Home » Laurel City Revamp purchases 10 Bridge St.

Laurel City Revamp purchases 10 Bridge St.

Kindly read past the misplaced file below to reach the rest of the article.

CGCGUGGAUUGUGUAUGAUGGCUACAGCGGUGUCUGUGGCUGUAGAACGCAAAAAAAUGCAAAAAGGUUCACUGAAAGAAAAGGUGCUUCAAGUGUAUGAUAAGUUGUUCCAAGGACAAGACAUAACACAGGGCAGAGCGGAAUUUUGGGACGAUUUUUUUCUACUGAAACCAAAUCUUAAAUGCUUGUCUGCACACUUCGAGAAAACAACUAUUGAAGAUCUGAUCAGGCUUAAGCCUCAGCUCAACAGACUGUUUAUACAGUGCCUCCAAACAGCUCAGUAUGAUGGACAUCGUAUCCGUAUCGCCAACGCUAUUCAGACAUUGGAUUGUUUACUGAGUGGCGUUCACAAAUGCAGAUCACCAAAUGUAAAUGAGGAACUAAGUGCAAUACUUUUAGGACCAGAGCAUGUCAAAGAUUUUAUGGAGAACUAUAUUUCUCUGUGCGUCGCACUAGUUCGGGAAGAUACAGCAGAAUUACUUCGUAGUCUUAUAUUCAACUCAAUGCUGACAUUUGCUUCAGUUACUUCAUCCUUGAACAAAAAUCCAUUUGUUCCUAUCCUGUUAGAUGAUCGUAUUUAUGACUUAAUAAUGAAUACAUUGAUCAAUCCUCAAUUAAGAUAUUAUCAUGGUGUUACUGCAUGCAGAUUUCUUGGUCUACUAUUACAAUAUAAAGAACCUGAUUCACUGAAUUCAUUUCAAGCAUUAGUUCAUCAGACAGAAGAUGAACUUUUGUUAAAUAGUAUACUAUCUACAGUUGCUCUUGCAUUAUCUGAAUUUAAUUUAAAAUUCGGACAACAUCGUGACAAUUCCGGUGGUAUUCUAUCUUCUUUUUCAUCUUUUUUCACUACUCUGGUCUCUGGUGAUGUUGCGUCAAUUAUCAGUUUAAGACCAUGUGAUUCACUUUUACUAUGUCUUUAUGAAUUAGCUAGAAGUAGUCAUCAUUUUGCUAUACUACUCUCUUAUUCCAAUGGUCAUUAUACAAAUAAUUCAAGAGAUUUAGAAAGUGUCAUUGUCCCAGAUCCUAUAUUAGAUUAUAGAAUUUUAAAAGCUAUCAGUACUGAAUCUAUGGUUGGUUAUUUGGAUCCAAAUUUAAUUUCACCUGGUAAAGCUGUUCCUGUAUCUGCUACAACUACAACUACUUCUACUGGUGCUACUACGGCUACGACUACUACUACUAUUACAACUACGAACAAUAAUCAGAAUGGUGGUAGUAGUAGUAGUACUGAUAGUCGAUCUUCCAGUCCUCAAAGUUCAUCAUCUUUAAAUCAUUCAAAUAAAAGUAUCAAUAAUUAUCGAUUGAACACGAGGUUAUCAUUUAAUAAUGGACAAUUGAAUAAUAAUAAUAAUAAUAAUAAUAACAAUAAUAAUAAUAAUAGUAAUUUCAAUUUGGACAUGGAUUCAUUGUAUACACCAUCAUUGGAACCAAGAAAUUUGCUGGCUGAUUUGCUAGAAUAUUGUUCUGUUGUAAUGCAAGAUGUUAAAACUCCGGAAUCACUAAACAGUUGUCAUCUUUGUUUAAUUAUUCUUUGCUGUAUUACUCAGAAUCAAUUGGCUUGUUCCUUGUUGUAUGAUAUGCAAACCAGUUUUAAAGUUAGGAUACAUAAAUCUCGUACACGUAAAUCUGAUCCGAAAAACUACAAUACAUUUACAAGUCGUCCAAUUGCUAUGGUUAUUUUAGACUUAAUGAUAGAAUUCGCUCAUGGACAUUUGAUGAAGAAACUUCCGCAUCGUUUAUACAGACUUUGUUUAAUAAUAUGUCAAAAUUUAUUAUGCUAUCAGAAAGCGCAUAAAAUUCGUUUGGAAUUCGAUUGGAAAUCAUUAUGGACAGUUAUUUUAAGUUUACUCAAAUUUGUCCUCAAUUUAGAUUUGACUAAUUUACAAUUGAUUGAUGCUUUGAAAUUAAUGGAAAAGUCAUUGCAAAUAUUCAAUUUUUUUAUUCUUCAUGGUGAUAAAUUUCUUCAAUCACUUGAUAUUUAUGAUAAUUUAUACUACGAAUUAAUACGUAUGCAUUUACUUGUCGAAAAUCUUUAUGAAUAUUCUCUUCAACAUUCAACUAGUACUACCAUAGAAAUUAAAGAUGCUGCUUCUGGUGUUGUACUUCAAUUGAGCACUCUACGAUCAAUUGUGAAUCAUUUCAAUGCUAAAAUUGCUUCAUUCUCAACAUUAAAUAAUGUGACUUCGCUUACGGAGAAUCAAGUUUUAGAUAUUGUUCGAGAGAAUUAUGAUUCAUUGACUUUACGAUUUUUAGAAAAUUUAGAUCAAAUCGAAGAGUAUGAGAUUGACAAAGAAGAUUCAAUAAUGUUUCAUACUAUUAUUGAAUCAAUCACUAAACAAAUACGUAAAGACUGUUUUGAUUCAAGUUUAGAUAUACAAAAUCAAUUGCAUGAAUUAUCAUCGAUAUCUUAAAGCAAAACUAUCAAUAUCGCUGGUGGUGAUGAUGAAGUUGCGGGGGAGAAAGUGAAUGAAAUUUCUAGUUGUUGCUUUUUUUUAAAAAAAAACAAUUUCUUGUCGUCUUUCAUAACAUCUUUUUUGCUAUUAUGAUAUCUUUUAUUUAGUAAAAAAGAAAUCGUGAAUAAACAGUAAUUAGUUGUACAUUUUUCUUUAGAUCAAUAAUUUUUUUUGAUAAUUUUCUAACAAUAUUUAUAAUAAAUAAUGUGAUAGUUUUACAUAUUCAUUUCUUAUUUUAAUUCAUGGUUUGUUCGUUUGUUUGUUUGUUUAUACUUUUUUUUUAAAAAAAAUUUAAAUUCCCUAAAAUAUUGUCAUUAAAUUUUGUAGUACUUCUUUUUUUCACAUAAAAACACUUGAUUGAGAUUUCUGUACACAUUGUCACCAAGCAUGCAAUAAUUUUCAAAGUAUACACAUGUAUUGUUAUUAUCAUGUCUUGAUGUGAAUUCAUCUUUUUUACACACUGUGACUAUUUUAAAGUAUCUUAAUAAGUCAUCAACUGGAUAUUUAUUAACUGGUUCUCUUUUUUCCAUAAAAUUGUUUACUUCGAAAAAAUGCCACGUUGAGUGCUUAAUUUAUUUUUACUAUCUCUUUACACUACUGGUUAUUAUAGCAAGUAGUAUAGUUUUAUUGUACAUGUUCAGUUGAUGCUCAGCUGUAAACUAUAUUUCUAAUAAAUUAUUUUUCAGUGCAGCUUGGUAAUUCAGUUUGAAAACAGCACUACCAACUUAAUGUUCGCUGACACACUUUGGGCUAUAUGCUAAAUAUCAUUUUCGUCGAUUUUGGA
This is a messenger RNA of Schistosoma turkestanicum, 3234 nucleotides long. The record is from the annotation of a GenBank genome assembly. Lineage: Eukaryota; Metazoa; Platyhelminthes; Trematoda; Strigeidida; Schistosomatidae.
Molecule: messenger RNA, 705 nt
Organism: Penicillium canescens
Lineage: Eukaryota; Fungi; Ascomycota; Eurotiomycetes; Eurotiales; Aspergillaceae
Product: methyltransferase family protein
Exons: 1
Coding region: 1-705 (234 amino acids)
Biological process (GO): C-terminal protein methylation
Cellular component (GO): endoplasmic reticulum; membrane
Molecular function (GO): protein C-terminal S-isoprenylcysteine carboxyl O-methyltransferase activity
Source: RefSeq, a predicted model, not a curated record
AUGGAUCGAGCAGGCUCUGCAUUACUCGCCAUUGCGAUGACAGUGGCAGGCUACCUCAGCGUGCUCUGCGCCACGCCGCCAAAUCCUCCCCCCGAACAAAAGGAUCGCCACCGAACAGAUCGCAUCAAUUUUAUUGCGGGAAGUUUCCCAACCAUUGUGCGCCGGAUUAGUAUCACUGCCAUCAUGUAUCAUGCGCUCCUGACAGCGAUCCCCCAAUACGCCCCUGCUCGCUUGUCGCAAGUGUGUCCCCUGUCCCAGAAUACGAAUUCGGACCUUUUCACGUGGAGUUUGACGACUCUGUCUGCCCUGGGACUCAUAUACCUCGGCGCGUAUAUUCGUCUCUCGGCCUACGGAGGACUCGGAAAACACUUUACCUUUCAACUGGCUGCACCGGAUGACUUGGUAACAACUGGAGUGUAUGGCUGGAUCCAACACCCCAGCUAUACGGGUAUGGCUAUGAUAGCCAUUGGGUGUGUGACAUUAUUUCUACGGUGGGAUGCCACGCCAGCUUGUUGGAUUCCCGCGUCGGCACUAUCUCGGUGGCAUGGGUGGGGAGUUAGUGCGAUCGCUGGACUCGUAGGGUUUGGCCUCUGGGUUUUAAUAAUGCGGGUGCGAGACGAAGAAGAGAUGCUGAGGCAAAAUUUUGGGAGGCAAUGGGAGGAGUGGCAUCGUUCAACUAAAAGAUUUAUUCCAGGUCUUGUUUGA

WINSTED — Laurel City Revamp, a nonprofit organization formed by Selectman Michael Renzullo, has purchased a building at 10 Bridge St. that for many years was home to Winsted Furniture.Renzullo said he intends to convert the building into 47 to 65 upscale residential units, which he says will be energy efficient.According to the assessors’ database, the building was built in 1887.It is appraised at $348,100 and assessed at $243,670.The database lists several owners of the building for the past decade. Sue Ann Marolda is the first owner listed, then Estates at Mad River LLC purchased the building from Marolda in October 2004 for $500,000.The property was then sold to Mad River Properties LLC in 2009, with no sale price listed.The last owner listed before Renzullo is XKL Capital LLC, which purchased the property in July 2010 for $165,000.The last renovation activity at the building was in 2006, when reportedly a new roof was installed, windows were being replaced, and the building’s plumbing, electrical and sprinkler systems were set to be upgraded.However, as the renovation continued, pieces of the building started to fall into the street.For some time, a fence surrounded the building, which prevented residents from walking along the sidewalk in front of 10 Bridge St.The fence was eventually taken down, but the renovation project remained dormant through the years, and the building remained empty.Unlike his other project, the Capitol Products building on 35 Willow St., Renzullo said he would not need the approval from the Board of Selectmen on any aspect of this project.“The only reason why we ever even asked for the cooperation from the selectmen was because we were trying to purchase the town’s tax lien,” Renzullo said.During the course of the year, Renzullo tried to get the selectmen to approve an offer of $25,001 to purchase the town’s tax liens on Capitol Products.Now defunct Capitol Products has owed the town $84,203 in back property taxes since 2004.After discussions over the course of several months of meetings, the selectmen gave Renzullo a bitter defeat and rejected his offer at a meeting in August.“Recently, the town accepted a tax lien offer from a resident who lives at the lake,” Renzullo said. “They didn’t charge him any money. This is not unusual. They just wanted to thwart me in my efforts. This project does not need them. All it needs is approval from Planning and Zoning and building permits as the project goes on.”When asked how the project would be funded, he would not comment.“I am not prepared to release this information just yet,” Renzullo said. “I am talking with several lenders as soon as possible. There are a number of grants out there for energy efficient projects like this one. We have been talking with lenders for the past several months, and we anticipate that we will be able to get funds to complete the project.”Renzullo said the project itself will take anywhere from two to three and a half years, depending on how the funding turns out.As for the Capitol Products project, Renzullo said he intends to pursue purchasing the tax liens on the building again with the new Board of Selectmen.“Hopefully we will get a new board which includes intelligent and reasonable members who will approve it,” he said. “I am very excited about this project.”

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